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Bolt admits it's been harder to smile

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David Bond | 21:03 UK time, Thursday, 26 July 2012

A year ago, I interviewed Usain Bolt before the World Championships in Daegu. He was at his strutting, confident best, telling anyone who cared to ask that he was ready to become a legend.

We all know what happened next. He false-started in the 100m and was disqualified, raising questions about his temperament. Then just last month he was beaten over 100m and 200m in the Jamaican trials by training partner and friend Yohan Blake, the man who inherited his world title in South Korea.

On top of all that, questions over Bolt's fitness have continued to dog his preparations for London 2012 as he attempts to defend the Olympic sprint titles he won in Beijing.

It is perhaps no surprise then that I found a slightly more humble Bolt when I interviewed him on Thursday evening, just a day before he was due to carry the Jamaican flag at the opening ceremony.

He admitted he was only "95% fit" despite reassurances from the Jamaican track and field doctor that he had overcome all his injury niggles and would be ready for the start of competition.

He revealed the last two years had been "really tough" and that he had found it hard to smile because he had so much on his mind.

And he said retaining the 100m in London would be the toughest challenge of his career.

"Over the past couple of seasons, I have been through a lot," he said. "Niggles and problems, sponsorship stuff... there are so many different things I have to do and keep focused. It's hard and every now and again I get a niggly injury. It plays with your mind."

I asked him if he was finding it harder to smile.

"It's been harder because I have been through so much," he replied. "It's been harder and harder because there is so much on my mind. I am more confident now. Things are coming together and I can hopefully smile a bit more."

The pressure on Bolt to deliver in London is immense. His face is everywhere on posters across the city. There were almost 300 journalists at the Jamaican team news conference on Thursday at Brick Lane. If the numbers had not been restricted, there would have been two or three times that.

He is quite the biggest draw in athletics, so any doubts over his form and fitness are bound to cast a shadow over London 2012. But the situation with Bolt and the emergence of Blake have made the 100m final on 5 August a proper contest rather than a coronation.

Bolt believes it could be the greatest race ever.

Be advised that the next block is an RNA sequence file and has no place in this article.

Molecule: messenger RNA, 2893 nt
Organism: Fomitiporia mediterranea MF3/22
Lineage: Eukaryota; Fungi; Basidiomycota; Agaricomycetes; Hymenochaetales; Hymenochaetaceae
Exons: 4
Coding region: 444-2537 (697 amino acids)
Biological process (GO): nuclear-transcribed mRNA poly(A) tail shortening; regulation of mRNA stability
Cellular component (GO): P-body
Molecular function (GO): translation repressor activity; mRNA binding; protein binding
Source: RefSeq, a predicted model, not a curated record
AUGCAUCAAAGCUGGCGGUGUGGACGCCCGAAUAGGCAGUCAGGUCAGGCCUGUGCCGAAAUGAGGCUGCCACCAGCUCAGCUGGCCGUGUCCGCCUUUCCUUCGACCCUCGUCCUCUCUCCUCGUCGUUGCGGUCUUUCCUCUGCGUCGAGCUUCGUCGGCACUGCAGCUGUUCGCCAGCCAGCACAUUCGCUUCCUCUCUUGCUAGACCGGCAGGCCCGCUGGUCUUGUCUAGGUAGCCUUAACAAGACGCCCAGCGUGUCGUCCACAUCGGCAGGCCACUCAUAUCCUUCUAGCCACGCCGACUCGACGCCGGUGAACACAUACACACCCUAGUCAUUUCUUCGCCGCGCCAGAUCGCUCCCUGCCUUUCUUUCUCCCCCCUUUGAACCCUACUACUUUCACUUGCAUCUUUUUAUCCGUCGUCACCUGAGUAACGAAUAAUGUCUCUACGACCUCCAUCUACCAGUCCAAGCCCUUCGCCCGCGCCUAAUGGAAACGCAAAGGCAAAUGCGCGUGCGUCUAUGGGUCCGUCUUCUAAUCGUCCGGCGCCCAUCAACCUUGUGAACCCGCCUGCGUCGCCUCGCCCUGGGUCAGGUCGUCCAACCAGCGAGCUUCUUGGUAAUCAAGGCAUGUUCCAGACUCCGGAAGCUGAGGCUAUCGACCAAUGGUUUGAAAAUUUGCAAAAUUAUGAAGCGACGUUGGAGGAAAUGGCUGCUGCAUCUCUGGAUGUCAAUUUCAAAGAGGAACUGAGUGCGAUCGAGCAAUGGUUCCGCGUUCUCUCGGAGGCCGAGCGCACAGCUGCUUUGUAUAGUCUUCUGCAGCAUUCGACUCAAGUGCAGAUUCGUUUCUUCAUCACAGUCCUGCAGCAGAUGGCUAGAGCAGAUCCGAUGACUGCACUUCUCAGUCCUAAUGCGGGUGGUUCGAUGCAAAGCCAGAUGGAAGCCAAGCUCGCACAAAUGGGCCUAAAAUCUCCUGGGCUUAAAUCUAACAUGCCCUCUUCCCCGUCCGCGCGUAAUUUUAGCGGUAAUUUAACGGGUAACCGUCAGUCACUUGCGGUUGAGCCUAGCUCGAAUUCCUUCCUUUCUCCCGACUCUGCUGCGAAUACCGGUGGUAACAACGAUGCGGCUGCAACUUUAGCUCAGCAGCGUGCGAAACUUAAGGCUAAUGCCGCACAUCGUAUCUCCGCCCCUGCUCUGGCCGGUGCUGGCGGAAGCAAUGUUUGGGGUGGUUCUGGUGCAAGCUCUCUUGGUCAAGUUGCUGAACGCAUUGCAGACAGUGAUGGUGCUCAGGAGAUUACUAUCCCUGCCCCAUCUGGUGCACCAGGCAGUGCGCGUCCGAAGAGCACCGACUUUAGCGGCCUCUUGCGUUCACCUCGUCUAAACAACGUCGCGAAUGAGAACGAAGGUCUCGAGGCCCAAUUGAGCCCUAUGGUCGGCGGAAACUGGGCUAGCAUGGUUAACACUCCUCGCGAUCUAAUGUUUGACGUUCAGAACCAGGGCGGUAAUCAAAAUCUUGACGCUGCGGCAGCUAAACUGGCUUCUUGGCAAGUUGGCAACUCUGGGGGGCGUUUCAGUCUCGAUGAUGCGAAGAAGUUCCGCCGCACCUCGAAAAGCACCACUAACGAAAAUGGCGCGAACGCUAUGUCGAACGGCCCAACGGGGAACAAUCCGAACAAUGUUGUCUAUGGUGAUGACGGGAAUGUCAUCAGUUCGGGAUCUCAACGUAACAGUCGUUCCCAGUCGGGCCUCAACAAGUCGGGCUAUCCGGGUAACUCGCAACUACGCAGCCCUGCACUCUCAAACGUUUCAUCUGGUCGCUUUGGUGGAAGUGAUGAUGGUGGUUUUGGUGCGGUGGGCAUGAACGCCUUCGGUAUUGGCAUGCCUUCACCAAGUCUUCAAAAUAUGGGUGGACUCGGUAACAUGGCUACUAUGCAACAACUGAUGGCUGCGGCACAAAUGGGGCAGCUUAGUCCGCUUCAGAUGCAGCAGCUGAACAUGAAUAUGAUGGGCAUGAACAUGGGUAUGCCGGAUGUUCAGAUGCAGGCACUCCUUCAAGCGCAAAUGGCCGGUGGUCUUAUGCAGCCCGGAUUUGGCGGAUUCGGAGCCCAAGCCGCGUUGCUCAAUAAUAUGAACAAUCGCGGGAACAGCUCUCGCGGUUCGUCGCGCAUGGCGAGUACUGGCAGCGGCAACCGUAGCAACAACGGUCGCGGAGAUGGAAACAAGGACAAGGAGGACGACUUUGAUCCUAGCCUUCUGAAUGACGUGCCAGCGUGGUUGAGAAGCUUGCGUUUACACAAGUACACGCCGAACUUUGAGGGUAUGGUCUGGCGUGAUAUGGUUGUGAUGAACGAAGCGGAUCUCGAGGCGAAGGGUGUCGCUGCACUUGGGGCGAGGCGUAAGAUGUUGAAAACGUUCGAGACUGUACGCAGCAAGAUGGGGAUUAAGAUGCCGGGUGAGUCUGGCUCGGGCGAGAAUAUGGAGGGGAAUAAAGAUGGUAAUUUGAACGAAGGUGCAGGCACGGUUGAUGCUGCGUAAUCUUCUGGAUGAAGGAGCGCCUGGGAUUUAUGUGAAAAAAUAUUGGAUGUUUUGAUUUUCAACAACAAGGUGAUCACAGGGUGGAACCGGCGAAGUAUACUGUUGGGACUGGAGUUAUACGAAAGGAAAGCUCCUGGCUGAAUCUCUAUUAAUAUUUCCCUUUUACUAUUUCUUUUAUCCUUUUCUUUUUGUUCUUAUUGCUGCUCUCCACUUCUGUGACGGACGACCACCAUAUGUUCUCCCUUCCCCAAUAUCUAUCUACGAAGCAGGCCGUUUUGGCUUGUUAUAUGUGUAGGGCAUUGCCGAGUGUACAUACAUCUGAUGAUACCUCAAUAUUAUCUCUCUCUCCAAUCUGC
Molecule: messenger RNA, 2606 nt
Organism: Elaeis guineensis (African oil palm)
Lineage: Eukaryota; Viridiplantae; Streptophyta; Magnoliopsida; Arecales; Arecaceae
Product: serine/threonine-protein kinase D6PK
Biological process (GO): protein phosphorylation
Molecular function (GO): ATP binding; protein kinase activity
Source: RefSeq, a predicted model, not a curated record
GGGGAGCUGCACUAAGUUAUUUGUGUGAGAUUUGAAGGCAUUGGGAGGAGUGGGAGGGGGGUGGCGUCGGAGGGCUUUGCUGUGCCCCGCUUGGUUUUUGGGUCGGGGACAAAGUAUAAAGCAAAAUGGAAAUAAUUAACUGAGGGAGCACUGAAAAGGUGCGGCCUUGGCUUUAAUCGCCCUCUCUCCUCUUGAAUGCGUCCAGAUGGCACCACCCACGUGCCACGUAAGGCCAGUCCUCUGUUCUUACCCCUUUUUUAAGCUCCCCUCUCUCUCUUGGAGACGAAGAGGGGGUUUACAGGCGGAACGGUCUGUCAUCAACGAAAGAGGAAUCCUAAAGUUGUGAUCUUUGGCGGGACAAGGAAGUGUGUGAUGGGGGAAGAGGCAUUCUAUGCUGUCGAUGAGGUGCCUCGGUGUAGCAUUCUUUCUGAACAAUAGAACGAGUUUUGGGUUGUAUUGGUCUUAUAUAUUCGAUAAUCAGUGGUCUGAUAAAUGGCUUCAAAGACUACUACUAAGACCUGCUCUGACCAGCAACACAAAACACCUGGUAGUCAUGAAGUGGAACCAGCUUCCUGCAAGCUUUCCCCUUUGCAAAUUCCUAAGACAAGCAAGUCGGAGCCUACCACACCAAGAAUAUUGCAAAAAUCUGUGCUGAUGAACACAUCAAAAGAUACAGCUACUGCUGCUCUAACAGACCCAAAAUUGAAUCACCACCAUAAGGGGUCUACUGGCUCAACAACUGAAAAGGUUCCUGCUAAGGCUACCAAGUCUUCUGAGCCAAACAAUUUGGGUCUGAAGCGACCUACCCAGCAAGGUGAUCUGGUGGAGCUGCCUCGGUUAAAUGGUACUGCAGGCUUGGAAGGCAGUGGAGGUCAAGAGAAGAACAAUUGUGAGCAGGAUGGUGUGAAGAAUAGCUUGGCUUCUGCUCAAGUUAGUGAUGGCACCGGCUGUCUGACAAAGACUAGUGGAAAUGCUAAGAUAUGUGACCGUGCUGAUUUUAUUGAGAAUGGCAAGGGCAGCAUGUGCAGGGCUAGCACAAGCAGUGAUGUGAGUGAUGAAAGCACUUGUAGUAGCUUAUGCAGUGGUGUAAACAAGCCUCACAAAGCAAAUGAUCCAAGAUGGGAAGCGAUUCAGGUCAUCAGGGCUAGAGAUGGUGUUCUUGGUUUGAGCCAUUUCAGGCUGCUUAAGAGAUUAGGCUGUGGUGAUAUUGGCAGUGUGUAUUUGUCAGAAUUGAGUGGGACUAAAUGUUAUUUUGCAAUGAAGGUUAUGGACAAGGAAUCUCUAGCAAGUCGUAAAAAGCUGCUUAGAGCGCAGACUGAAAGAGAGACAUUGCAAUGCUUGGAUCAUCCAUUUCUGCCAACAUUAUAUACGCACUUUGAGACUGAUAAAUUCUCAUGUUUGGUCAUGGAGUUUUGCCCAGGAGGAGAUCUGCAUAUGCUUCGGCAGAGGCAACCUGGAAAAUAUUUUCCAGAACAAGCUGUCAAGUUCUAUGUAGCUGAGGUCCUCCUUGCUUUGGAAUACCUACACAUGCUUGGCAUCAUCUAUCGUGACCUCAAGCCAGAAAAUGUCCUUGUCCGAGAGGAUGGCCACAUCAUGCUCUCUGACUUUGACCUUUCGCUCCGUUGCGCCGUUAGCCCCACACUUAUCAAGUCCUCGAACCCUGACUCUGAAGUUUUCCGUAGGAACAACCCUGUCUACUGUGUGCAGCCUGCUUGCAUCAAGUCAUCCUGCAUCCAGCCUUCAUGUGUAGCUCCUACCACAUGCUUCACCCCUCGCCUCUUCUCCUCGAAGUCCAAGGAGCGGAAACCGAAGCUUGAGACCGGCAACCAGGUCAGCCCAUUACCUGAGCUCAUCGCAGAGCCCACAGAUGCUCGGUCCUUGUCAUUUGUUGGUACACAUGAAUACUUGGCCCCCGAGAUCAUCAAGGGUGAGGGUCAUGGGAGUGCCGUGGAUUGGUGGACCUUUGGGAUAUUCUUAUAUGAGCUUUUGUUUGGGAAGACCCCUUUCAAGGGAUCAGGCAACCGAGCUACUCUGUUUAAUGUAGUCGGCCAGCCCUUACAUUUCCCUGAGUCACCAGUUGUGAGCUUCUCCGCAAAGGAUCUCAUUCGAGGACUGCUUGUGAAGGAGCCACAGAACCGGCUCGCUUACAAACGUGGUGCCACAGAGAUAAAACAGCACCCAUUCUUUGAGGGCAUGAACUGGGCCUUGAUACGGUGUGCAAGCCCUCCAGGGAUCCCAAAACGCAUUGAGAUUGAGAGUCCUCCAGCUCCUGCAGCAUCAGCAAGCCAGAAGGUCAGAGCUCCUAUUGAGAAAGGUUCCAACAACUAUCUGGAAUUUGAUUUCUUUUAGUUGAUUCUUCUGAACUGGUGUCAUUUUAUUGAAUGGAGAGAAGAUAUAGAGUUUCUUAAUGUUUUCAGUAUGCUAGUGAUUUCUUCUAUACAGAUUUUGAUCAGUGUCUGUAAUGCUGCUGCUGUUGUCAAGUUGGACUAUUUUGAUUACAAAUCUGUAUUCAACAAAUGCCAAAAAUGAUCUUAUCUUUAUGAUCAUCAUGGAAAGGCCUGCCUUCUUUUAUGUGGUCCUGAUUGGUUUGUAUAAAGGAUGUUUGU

"I definitely think so," he said. "The field, if everyone is fit, will be world class. It will be an experience for people to remember. So people should really watch out."


  • Comment number 1.

    I've just heard you on bbc news have you been nominated as the official "I TOLD YOU SO" reporter!

  • Comment number 2.

    Bolt has always been under the world's media 'microscope' after his super human victories in the last Olympics. He has become an actor in a 'Big Brother'-like series of worl athletics reality show. Mr Bond is just another cameraman for the show running his own commentaries, good ones I think. I also listen to the man whoe reports from Jamaica, who is good too, so is the guy from Beijing. What are they so good of? Capturing the minute details. A pity, the camera wasn't allowed to show when Bolt is asleep or in the restroom! So, these reports shall remain opinion pieces seen or using from different lenses. Please read beyond the BBC and compare, perhaps Timinhernerbay could be a David Bond wannabe!

  • Comment number 3.

    I think the 200m is where we will see something really special.

  • Comment number 4.

    Gay's injuries are a shame because Gay when at his peak, along with Blake and obviously Bolt, we'd be seeing the greatest 100 metres ever. Still looking forward to it and if anybody isn't, well sports not for them.

    Bolt's appearances this and last season [his consistency not his times] have cast a small doubt about what will happen come the final. With the medics saying one thing and Bolt another, now that is unusual for a sprinter. They are usually like boxers before a fight, outwardly full of confidence.

    If it was any normal sprinter we would have said the best was still to come from Bolt but I'm not so sure. Over 200 I agree with poster @3 and would say he had that one in the bag.

  • Comment number 5.

    you cant say he has the 200 in the bag though, coz last year Blake ran the second fastest time in history of 19.25, beating Johnsons old record. Could well happen that Bolt doesnt win an individual gold, coz everyone spectator-wise seems to massively under-rate Blake -cthis guy is one of the great sprinters of our time, and these olympics could propel him on the way to greatness

  • Comment number 6.

    Usain will deliver on the day. He's not being too overconfident because he knows what happened the last time he was, he just wants to get to the starting line in the final, then he'll let his feet do the talking, really looking forward to the 100m heats & final, it's what makes the Olympics and every sports fan should be watching...Come on Usain show the world what you are made of : )

  • Comment number 7.

    David bond auditioning for GQ with his photo here, black and white photo with a smouldering look....... Edgy.

  • Comment number 8.

    Of course David Bond!
    I too would find it hard to smile if I have to put up with stupid questions like what you and other journalists seemed to ask.